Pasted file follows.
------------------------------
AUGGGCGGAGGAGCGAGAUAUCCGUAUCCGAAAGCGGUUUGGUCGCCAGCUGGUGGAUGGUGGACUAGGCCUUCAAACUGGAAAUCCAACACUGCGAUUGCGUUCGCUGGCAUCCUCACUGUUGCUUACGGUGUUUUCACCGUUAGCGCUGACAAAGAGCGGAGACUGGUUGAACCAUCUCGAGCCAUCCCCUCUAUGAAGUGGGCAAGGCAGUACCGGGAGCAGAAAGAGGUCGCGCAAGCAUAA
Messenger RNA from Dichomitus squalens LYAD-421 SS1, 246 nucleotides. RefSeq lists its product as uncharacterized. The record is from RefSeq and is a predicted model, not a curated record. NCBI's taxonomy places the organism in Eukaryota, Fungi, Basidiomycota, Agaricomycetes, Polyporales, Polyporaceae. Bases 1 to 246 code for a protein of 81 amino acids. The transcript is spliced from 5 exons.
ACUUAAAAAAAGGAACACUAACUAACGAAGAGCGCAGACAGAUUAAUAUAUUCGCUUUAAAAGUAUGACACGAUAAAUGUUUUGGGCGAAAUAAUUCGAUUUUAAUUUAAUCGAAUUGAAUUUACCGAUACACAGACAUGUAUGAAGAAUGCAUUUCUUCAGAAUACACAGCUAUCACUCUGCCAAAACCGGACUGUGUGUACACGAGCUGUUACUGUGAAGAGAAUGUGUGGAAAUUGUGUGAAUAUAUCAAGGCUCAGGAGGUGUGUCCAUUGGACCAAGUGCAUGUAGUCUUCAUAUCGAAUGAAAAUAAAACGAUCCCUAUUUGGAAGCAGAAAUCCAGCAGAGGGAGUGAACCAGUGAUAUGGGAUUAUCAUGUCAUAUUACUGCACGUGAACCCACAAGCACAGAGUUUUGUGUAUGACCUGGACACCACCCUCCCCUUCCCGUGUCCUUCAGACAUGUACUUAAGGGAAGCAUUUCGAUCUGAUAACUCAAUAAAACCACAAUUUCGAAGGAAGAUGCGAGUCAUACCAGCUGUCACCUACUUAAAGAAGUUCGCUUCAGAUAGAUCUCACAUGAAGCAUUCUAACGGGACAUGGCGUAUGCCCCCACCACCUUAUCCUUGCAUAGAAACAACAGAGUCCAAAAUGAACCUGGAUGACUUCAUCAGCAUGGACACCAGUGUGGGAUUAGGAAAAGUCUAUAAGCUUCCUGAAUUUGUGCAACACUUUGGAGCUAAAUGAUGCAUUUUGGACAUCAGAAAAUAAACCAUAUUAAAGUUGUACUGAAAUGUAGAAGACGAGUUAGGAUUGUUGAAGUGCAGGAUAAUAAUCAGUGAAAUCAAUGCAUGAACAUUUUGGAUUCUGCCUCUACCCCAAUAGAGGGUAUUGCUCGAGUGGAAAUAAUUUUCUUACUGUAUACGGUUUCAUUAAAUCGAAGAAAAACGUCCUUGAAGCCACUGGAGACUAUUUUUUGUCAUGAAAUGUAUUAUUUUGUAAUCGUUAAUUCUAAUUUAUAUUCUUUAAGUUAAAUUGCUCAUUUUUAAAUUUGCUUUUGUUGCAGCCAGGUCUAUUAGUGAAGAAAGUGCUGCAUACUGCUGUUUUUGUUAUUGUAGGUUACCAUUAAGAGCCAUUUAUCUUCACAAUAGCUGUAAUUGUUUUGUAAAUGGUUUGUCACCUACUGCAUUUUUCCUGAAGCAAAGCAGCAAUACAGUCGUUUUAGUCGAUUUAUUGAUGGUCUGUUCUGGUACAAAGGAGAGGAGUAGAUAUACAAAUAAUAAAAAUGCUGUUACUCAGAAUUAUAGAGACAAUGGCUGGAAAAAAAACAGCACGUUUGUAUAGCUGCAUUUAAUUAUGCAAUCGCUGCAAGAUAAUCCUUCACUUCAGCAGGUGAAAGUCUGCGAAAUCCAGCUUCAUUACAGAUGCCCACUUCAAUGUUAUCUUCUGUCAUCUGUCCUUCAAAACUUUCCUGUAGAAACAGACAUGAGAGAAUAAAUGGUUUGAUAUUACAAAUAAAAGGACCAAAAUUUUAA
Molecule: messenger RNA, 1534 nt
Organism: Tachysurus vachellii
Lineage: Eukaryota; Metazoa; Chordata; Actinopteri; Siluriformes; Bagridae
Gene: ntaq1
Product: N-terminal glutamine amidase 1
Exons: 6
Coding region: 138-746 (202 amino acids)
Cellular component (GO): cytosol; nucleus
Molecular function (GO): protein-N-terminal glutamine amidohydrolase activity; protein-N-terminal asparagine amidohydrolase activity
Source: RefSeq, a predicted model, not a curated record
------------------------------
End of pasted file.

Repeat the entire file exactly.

AUGGGCGGAGGAGCGAGAUAUCCGUAUCCGAAAGCGGUUUGGUCGCCAGCUGGUGGAUGGUGGACUAGGCCUUCAAACUGGAAAUCCAACACUGCGAUUGCGUUCGCUGGCAUCCUCACUGUUGCUUACGGUGUUUUCACCGUUAGCGCUGACAAAGAGCGGAGACUGGUUGAACCAUCUCGAGCCAUCCCCUCUAUGAAGUGGGCAAGGCAGUACCGGGAGCAGAAAGAGGUCGCGCAAGCAUAA
Messenger RNA from Dichomitus squalens LYAD-421 SS1, 246 nucleotides. RefSeq lists its product as uncharacterized. The record is from RefSeq and is a predicted model, not a curated record. NCBI's taxonomy places the organism in Eukaryota, Fungi, Basidiomycota, Agaricomycetes, Polyporales, Polyporaceae. Bases 1 to 246 code for a protein of 81 amino acids. The transcript is spliced from 5 exons.
ACUUAAAAAAAGGAACACUAACUAACGAAGAGCGCAGACAGAUUAAUAUAUUCGCUUUAAAAGUAUGACACGAUAAAUGUUUUGGGCGAAAUAAUUCGAUUUUAAUUUAAUCGAAUUGAAUUUACCGAUACACAGACAUGUAUGAAGAAUGCAUUUCUUCAGAAUACACAGCUAUCACUCUGCCAAAACCGGACUGUGUGUACACGAGCUGUUACUGUGAAGAGAAUGUGUGGAAAUUGUGUGAAUAUAUCAAGGCUCAGGAGGUGUGUCCAUUGGACCAAGUGCAUGUAGUCUUCAUAUCGAAUGAAAAUAAAACGAUCCCUAUUUGGAAGCAGAAAUCCAGCAGAGGGAGUGAACCAGUGAUAUGGGAUUAUCAUGUCAUAUUACUGCACGUGAACCCACAAGCACAGAGUUUUGUGUAUGACCUGGACACCACCCUCCCCUUCCCGUGUCCUUCAGACAUGUACUUAAGGGAAGCAUUUCGAUCUGAUAACUCAAUAAAACCACAAUUUCGAAGGAAGAUGCGAGUCAUACCAGCUGUCACCUACUUAAAGAAGUUCGCUUCAGAUAGAUCUCACAUGAAGCAUUCUAACGGGACAUGGCGUAUGCCCCCACCACCUUAUCCUUGCAUAGAAACAACAGAGUCCAAAAUGAACCUGGAUGACUUCAUCAGCAUGGACACCAGUGUGGGAUUAGGAAAAGUCUAUAAGCUUCCUGAAUUUGUGCAACACUUUGGAGCUAAAUGAUGCAUUUUGGACAUCAGAAAAUAAACCAUAUUAAAGUUGUACUGAAAUGUAGAAGACGAGUUAGGAUUGUUGAAGUGCAGGAUAAUAAUCAGUGAAAUCAAUGCAUGAACAUUUUGGAUUCUGCCUCUACCCCAAUAGAGGGUAUUGCUCGAGUGGAAAUAAUUUUCUUACUGUAUACGGUUUCAUUAAAUCGAAGAAAAACGUCCUUGAAGCCACUGGAGACUAUUUUUUGUCAUGAAAUGUAUUAUUUUGUAAUCGUUAAUUCUAAUUUAUAUUCUUUAAGUUAAAUUGCUCAUUUUUAAAUUUGCUUUUGUUGCAGCCAGGUCUAUUAGUGAAGAAAGUGCUGCAUACUGCUGUUUUUGUUAUUGUAGGUUACCAUUAAGAGCCAUUUAUCUUCACAAUAGCUGUAAUUGUUUUGUAAAUGGUUUGUCACCUACUGCAUUUUUCCUGAAGCAAAGCAGCAAUACAGUCGUUUUAGUCGAUUUAUUGAUGGUCUGUUCUGGUACAAAGGAGAGGAGUAGAUAUACAAAUAAUAAAAAUGCUGUUACUCAGAAUUAUAGAGACAAUGGCUGGAAAAAAAACAGCACGUUUGUAUAGCUGCAUUUAAUUAUGCAAUCGCUGCAAGAUAAUCCUUCACUUCAGCAGGUGAAAGUCUGCGAAAUCCAGCUUCAUUACAGAUGCCCACUUCAAUGUUAUCUUCUGUCAUCUGUCCUUCAAAACUUUCCUGUAGAAACAGACAUGAGAGAAUAAAUGGUUUGAUAUUACAAAUAAAAGGACCAAAAUUUUAA
Molecule: messenger RNA, 1534 nt
Organism: Tachysurus vachellii
Lineage: Eukaryota; Metazoa; Chordata; Actinopteri; Siluriformes; Bagridae
Gene: ntaq1
Product: N-terminal glutamine amidase 1
Exons: 6
Coding region: 138-746 (202 amino acids)
Cellular component (GO): cytosol; nucleus
Molecular function (GO): protein-N-terminal glutamine amidohydrolase activity; protein-N-terminal asparagine amidohydrolase activity
Source: RefSeq, a predicted model, not a curated record